Write a character sketch of Martha from the story “A Field of Wheat” using two properly inserted quotations to help prove your points. 

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Martha is John’s thirty-seven-year-old wife. Together, the couple has two children, Joe and Annabelle. Martha loves her husband and children and clearly wants the best for all of them. The family depends on wheat farming for sustenance and has grappled with many losses brought about by crop failure. The hard...

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Martha is John’s thirty-seven-year-old wife. Together, the couple has two children, Joe and Annabelle. Martha loves her husband and children and clearly wants the best for all of them. The family depends on wheat farming for sustenance and has grappled with many losses brought about by crop failure. The hard farm-work that is rarely rewarded by encouraging wheat yields has kind of drained Martha. She feels like she has lost her husband’s love to the wheat. Indeed, as she looks at the three hundred acres of lush wheat that they have, she can’t help but think of the money that the season’s crop would bring them. She hopes that the “three hundred acres would perhaps give a little of what it had taken from her John, his love, his lips unclenched”. She hopes to finally have the money to send her children to the school in town, to be able to afford some of the nice clothes and cosmetics that other women had.

After their lush crop is destroyed by a sudden hail-storm, Martha is devastated. She cries to her husband, “I can’t go on any longer; I can’t, John. There’s no use, we’ve tried. It’s driving me out of my mind. I’m so tired heart-sick of it all. Can’t you see?” She thinks of how she had wanted to take hail insurance before the storm, a proposition that John had turned down. She is embittered by the constant struggling that never seems to end. However, when she finds her husband sobbing in the stables, she understands that she has to be supportive of him lest he lost his will to keep on keeping on.

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Ross’s story is about a day in the life of a wheat farmer and his family on the Great Plains. Martha, the farmer’s wife, is the central character of the story. I think the main character trait she has is strength of will in the face of constant adversity. Life on the farm is punishing: the work is relentless and unrewarding, Martha’s husband John has become emotionally unavailable and morose, and just when it seems they will have a good crop, a hail storm comes and destroys the wheat, damages their home, and kills their dog. Even though Martha is smart enough to imagine different lives for herself and her husband and to want better for her children, and even though she tells John she can’t “go on” anymore, in the end it is her husband who breaks down after the storm destroys their crop. When she sees him sobbing in the stable, it is “the strangest, most frightening moment of her life.” It is the moment she realizes that she is stronger of the two, and becomes determined to stay on the farm.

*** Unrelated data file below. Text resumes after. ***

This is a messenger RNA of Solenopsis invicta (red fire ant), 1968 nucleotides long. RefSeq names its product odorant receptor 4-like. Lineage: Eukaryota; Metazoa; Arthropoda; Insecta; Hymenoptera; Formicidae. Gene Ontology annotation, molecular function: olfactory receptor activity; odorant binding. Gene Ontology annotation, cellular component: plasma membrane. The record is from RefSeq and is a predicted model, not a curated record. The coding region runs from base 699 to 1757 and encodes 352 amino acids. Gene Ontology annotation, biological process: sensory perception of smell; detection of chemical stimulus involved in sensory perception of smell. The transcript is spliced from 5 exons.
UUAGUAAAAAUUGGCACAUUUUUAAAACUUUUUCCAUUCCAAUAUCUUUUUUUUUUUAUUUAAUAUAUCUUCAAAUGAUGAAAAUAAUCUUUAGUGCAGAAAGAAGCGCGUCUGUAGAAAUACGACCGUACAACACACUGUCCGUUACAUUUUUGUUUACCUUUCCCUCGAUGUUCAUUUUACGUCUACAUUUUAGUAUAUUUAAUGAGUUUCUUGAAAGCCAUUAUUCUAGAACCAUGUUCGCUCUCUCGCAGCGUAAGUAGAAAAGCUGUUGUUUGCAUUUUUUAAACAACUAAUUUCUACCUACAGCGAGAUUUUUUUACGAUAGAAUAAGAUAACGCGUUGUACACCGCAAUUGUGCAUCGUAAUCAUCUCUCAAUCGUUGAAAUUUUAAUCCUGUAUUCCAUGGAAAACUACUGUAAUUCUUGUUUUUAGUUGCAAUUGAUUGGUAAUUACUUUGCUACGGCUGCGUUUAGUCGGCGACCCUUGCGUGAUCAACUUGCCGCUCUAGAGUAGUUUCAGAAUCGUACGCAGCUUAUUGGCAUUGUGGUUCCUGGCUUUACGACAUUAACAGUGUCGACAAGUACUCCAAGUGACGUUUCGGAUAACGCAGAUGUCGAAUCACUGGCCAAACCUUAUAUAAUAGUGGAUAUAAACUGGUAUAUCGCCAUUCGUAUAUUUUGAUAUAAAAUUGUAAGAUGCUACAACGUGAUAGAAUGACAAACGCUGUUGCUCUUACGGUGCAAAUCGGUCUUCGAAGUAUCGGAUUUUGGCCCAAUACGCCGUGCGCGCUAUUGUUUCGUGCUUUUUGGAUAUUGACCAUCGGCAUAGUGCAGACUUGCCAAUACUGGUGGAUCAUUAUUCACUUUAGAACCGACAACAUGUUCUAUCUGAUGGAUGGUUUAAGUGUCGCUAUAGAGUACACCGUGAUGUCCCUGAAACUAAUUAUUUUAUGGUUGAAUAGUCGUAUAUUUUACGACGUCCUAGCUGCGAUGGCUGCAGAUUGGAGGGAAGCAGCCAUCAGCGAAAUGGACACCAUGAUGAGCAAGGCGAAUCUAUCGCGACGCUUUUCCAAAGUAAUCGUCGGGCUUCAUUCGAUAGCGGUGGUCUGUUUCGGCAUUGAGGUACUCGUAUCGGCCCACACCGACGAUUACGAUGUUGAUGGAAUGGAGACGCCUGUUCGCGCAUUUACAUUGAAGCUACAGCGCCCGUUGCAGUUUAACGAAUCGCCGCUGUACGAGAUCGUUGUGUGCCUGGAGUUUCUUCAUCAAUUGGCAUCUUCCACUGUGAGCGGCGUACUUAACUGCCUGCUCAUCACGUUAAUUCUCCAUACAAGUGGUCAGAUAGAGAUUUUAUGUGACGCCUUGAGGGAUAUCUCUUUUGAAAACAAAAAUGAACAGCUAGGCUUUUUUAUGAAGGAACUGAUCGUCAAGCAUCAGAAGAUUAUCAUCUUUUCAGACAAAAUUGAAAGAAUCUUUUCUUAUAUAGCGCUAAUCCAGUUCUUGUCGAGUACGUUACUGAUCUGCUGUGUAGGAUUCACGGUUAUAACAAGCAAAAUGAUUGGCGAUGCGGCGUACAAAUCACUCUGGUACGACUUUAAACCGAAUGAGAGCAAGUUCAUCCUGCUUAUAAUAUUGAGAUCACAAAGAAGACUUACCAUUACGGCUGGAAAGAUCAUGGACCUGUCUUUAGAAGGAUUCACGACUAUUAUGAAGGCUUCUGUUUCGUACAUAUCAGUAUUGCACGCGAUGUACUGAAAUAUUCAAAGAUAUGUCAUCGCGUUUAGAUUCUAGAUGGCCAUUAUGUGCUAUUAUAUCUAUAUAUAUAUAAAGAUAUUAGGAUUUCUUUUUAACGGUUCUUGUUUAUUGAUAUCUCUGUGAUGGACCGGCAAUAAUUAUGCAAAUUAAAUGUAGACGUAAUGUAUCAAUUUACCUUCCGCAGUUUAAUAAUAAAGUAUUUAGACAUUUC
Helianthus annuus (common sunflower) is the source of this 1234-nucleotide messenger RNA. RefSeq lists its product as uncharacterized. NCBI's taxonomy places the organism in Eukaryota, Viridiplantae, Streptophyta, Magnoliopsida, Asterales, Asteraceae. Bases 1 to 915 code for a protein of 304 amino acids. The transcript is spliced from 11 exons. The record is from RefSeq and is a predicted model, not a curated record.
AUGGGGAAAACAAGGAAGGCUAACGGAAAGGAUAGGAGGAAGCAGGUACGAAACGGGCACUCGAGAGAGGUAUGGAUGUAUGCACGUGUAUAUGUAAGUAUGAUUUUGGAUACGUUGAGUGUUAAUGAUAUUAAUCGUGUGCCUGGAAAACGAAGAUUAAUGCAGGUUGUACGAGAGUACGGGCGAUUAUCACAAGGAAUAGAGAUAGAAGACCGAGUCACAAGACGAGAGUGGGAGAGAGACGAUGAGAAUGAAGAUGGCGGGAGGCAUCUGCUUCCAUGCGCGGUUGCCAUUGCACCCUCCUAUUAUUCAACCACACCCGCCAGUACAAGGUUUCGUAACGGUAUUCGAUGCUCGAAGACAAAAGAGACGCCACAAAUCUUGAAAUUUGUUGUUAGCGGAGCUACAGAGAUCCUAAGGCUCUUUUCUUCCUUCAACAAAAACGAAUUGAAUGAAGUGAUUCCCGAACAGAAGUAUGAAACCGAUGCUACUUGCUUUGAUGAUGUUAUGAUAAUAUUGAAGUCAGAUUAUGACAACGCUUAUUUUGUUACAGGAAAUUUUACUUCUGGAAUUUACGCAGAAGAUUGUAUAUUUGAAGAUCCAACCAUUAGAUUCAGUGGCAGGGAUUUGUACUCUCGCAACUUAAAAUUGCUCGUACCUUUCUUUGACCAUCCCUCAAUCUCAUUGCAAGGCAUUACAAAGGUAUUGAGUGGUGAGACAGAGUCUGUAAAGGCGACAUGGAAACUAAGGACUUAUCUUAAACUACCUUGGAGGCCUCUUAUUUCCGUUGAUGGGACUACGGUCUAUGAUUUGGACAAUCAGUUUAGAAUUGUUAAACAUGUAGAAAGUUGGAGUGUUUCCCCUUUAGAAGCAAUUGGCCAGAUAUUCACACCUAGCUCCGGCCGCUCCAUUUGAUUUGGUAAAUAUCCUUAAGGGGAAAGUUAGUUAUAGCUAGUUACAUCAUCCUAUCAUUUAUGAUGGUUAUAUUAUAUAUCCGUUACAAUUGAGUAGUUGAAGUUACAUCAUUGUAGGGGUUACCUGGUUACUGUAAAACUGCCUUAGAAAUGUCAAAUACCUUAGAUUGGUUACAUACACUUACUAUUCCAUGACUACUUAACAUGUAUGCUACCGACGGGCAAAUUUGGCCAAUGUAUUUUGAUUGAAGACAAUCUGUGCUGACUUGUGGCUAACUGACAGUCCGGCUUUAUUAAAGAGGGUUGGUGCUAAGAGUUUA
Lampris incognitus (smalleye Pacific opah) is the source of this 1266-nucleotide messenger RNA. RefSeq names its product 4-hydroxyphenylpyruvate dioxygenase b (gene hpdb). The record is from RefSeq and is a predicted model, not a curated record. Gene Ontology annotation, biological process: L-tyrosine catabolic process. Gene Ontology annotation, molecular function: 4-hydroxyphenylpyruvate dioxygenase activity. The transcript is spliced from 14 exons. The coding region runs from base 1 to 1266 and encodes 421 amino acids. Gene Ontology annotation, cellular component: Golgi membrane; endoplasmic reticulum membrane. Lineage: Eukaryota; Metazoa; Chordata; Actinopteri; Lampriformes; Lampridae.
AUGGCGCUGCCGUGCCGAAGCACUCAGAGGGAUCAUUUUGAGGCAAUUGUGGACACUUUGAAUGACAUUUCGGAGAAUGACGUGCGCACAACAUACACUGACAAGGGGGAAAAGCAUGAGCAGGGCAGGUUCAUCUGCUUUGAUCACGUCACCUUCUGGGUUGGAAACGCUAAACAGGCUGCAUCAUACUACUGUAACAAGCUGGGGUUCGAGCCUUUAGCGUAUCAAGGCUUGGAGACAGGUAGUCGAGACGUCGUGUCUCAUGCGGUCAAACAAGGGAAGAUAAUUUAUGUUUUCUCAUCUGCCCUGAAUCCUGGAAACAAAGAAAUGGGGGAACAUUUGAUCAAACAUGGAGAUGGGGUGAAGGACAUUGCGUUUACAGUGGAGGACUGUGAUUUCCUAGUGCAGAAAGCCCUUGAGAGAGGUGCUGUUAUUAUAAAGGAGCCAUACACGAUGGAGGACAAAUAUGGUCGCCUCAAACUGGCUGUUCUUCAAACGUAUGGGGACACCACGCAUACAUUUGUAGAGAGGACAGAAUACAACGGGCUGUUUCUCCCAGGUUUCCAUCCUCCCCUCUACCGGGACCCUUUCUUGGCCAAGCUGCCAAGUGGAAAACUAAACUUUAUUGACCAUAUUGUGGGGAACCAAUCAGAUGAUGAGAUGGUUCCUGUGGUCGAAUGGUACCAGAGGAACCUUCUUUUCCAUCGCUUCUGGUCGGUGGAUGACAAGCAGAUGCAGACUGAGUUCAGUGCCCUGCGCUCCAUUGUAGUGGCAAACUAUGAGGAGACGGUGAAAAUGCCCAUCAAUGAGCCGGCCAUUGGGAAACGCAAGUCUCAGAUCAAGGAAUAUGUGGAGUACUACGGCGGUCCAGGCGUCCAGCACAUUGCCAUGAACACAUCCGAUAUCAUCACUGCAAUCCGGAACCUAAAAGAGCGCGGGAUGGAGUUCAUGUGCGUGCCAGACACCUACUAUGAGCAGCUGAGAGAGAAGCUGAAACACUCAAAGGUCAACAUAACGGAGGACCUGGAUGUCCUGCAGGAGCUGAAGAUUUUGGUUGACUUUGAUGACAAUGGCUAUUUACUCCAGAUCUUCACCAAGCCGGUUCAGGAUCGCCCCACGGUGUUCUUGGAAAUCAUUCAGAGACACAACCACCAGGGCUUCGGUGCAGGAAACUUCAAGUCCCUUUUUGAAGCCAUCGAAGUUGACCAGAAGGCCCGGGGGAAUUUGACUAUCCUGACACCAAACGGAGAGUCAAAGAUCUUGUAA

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In the story, Martha is an impoverished farmer's wife. She is still young, but a harsh life has destroyed her youthful looks. The text tells us that her eyes are "hollowed, the lips punched dry, and colorless." Martha has the face of a woman who has "aged without maturing." 

She loves her husband, Paul, but is frustrated with his stubborn faith in the land. During their quarrels, she begs him to consider going back to town to live. Her pleadings fall on deaf ears, and she begins to doubt that Paul will ever leave the land he loves. The text tells us that Martha was a schoolteacher before she married and that she had nourished great hopes for her marriage. However, the hard times have destroyed her faith in life and dispelled all her romantic notions about the land.

As time progresses, Martha discovers that she has begun to harbor contempt for her husband. When she quarrels with him, her anger is mingled with "a kind of disdain, an attitude almost of condescension, as if she no longer looked upon the farmers as her equals." Martha's anguish is exacerbated by the fact that she cannot seek solace in her husband's arms; he himself is wrestling with his own challenges and stands aloof from her struggles.

Essentially, Martha feels alienated from Paul. Even though she wants to "feel his arms supporting her, to cry a little just that he might soothe her," she knows that he has little in terms of comfort to offer her. In the end, driven to desperation, Martha tries to run away with the baby. They are caught in a sandstorm, however, and the baby dies. The death of the baby is devastating, and by the end of the story, it is clear that Martha has lost her sanity.

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